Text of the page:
The book 1941 Fighting the Shadow War by Marc Wortman was quite the interesting read. The book is over those years leading up to World War 2 all the way to the bombing of Pearl Harbor itself in December of 1941. It mainly focuses on the efforts of the Federal Government and the UK to get a isolationist America into the War against Germany. In the book this is portrayed as a noble and necessary mission, however we know otherwise. Wortman basically praises how President FDR let the British illegally run our agencies and even ignored FBI Chief J. Edgar Hoover’s warnings that he was acting unconstitutionally. FDR didn’t care. FDR and his aide Harry Hopkins were zealots about making sure America saved “muh Democracy” by siding and aiding fuel into firey conflict between Britain and Germany. FDR and his globalist buddies constantly colluded on ways to provoke Germany and Italy into war however Hitler, learning from the 1st World War, didn’t fall for the tricks. I found my self laughing at how infuriated Mussolini would get over Roosevelt’s underhanded actions and how much he wanted to put FDR in his place.
I should note the book mainly is focused on America’s homefront so it’s not much of a war-centered book as it is a poltical timeline and events. I enjoyed the parts about FDR’s isolationist foes who bravely tried to keep us out of the war. We get to hear briefly about the 3rd Party plans of Senator Huey Long, an isolationist, but that ofcourse fell threw when the King Fish was assassinated in 1935. From then we get to briefly here about the massive threat issued by the amazing Priest Father Charles Coughlin. The Priest was no mollycoddle and vehemently oppose the war on his extremely popular radio show and paper. If only we had clergy like that now. Then we have the German Bund, a German based Nationalist group who fought against the Jewish attempt to get us into the War. These guys get only brief mentions in the book though so don’t expect much info if your into the 1930 American fascist stuff. We should note these people were considered fringe elements even for their time and were harrassed and undermined by both the Feds and the British agents who were hellbent on subverting any isolationist Movement. Plus Wortman is no fan of these people.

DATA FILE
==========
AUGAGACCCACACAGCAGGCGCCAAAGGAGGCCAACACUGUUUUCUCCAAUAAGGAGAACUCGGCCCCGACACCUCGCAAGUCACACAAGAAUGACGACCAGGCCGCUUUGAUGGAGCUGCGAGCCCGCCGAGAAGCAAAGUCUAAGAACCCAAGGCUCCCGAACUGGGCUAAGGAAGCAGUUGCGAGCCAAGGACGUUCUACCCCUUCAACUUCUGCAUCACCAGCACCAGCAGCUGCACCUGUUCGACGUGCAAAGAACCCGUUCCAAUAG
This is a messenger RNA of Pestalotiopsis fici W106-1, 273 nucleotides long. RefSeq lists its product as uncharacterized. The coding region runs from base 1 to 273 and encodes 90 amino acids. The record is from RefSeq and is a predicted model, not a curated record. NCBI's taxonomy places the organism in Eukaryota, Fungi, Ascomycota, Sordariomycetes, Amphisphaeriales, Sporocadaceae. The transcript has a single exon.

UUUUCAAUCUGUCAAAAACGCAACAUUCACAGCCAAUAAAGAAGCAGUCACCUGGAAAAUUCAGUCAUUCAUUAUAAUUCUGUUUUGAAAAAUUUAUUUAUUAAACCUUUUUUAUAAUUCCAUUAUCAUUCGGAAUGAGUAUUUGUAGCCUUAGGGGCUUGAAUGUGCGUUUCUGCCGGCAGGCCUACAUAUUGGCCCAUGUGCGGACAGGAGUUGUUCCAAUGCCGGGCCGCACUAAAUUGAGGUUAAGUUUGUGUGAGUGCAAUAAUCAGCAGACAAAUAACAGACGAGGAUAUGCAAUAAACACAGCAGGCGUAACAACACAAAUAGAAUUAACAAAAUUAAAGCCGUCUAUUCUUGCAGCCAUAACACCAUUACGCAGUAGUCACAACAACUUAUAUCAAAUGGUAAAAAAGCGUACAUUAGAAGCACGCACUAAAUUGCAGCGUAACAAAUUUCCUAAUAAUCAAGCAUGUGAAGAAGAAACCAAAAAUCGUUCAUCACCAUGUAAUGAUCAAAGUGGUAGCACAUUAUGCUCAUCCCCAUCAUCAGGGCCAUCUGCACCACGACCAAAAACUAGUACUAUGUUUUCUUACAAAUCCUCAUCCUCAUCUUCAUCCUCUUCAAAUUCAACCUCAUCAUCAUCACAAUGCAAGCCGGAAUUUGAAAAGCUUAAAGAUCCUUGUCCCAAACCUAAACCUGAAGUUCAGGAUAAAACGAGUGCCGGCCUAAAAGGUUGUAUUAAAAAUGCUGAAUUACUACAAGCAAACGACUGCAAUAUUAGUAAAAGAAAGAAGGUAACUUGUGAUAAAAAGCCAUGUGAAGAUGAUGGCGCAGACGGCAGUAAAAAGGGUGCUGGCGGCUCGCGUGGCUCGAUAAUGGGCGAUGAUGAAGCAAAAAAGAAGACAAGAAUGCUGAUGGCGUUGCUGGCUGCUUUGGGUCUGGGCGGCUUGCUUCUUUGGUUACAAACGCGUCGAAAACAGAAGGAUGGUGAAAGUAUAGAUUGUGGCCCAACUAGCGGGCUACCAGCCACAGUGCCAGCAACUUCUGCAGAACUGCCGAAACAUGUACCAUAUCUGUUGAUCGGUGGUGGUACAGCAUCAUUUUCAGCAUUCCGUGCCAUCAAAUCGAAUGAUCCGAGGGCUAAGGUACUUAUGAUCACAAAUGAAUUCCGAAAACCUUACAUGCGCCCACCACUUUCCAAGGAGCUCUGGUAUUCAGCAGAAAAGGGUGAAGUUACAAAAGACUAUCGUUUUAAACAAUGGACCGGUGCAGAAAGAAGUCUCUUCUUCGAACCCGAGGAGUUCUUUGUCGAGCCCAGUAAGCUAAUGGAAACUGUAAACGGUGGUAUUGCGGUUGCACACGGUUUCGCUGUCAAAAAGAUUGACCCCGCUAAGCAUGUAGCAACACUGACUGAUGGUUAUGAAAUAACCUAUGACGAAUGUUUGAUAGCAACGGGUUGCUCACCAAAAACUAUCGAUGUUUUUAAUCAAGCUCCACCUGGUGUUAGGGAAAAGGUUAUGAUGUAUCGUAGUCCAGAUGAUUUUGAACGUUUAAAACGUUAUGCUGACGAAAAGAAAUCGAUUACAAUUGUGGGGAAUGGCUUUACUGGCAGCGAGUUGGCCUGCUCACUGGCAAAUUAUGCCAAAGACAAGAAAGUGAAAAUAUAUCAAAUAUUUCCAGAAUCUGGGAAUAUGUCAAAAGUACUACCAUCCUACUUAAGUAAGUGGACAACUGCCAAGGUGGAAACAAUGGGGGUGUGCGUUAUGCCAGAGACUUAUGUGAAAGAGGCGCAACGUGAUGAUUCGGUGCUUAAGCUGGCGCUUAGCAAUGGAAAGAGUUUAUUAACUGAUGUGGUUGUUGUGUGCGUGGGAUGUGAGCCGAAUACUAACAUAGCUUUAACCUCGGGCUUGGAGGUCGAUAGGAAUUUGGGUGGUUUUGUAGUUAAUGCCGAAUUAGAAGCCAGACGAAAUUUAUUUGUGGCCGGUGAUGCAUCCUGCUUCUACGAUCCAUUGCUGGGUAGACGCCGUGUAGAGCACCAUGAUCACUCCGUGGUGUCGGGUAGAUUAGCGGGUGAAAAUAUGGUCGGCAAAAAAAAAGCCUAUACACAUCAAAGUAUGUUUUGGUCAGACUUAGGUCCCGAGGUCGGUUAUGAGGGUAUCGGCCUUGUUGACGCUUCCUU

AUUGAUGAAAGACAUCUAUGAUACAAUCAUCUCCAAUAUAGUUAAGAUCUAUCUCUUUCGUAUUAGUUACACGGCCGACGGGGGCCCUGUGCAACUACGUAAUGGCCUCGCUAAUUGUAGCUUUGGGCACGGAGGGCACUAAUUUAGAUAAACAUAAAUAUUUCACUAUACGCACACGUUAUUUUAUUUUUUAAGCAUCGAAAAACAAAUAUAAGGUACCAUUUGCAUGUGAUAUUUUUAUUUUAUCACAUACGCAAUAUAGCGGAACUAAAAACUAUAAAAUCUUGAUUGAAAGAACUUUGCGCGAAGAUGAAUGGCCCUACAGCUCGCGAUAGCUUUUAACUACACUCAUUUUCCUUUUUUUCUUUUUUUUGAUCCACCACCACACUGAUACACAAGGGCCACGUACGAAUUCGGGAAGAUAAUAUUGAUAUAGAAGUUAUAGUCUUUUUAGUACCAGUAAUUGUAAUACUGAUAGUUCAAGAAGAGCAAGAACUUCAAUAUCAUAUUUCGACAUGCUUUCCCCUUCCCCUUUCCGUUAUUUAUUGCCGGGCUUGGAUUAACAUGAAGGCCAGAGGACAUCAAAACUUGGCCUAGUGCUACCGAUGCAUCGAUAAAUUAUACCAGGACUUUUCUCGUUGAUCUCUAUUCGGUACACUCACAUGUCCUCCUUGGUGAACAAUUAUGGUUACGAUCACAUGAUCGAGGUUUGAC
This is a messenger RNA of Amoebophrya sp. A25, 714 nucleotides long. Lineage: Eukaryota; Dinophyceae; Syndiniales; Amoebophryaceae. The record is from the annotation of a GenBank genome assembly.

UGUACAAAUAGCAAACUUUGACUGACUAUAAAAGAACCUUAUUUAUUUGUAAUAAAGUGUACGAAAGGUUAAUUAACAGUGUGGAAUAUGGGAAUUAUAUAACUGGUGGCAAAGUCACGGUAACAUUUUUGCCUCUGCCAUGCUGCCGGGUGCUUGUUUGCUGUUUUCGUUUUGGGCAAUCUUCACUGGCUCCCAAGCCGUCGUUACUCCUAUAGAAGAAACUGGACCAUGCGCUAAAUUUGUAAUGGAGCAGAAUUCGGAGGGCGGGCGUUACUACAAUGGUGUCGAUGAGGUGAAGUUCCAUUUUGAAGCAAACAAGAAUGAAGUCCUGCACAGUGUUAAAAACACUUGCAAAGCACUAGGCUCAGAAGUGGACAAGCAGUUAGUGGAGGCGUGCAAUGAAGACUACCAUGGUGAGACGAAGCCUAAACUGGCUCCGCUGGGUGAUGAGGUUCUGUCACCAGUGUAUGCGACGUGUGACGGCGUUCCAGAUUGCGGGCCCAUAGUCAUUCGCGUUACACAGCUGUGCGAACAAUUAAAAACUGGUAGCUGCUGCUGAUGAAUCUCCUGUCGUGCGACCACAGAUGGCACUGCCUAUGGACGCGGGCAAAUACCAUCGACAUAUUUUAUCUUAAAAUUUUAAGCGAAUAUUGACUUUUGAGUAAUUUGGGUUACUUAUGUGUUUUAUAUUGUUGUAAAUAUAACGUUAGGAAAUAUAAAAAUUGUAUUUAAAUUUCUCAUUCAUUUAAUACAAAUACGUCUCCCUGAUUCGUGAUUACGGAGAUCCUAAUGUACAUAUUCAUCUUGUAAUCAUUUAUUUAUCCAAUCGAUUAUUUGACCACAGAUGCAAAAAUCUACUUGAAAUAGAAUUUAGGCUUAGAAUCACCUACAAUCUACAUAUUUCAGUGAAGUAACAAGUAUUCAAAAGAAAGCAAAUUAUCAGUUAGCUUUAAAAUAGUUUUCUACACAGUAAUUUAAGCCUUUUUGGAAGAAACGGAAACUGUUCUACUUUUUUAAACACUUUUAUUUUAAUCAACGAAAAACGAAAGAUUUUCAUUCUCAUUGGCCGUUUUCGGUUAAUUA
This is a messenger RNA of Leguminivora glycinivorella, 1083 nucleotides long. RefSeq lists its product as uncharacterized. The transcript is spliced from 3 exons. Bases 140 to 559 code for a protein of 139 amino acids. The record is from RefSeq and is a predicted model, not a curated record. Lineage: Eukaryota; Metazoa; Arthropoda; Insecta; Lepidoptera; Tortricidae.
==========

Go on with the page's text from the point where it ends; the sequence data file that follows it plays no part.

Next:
The next group of people that were discussed in the group was the American First group. Unlike the German Bund or Silver Shirts these people were way more widely accepted and mainstream. That of course had to do with Charles Lindbergh involvement in the group. Lindbergh at this time was extremely famous and a world wide celebrity for his famous aviator trip. Lindbergh gave the American First Committee an enormous boost of legitimacy that helped boost it to become 800,000 strong. I’ll give the man credit, he was a very heroic Northern man and indeed was of the True American stock. He saw through the various lies of the pro-war press of the time and went to the people to expose those devious falsehoods. He and his committee took heat for this, as usual their were accusations of anti-semitism, especially aimed at Lindbergh himself. Overall the Committee was very well accepted by the American people however. I have grown to have a massive respect for Lindbergh after reading this book and I probably plan to read more on this brave Northern man. I’d have no problem being in the Union if all the people of the North carried themselves like that great American.
Both parties were corrupted and weak at the time, however there still was many men, on the left and right, who demanded we stay out of the War. This is very well pointed out in the book and the situation really does remind me of the situation in Syria or Israel/Palestinian conflict. I feel that the book while being written by a pro-FDR historian is a good starter boon for those wanting a good idea of the political landscape of Pre-Pearl Harbor America. I can firmly say that FDR not been actively trying to goat Japan into war that we’d never would have found ourselves bombed. However, once the japs did attack I feel it would be cowardly not to fight back. Overall the book isn’t a must read but I’d recommend it for those who have the spare time.
Note to Readers: I really left out a lot of the material as I read the book a few months ago and have read a few others since that time. However, I believe this is decent overview. I also left out many, though I couldn’t resist a little, of my political beliefs on this topic. To be fair even Wortman openly admits that FDR acted outside the Constitution during many of the points the book. I plan to make more articles in the future explaining why I really have come to disliked the 4-term President.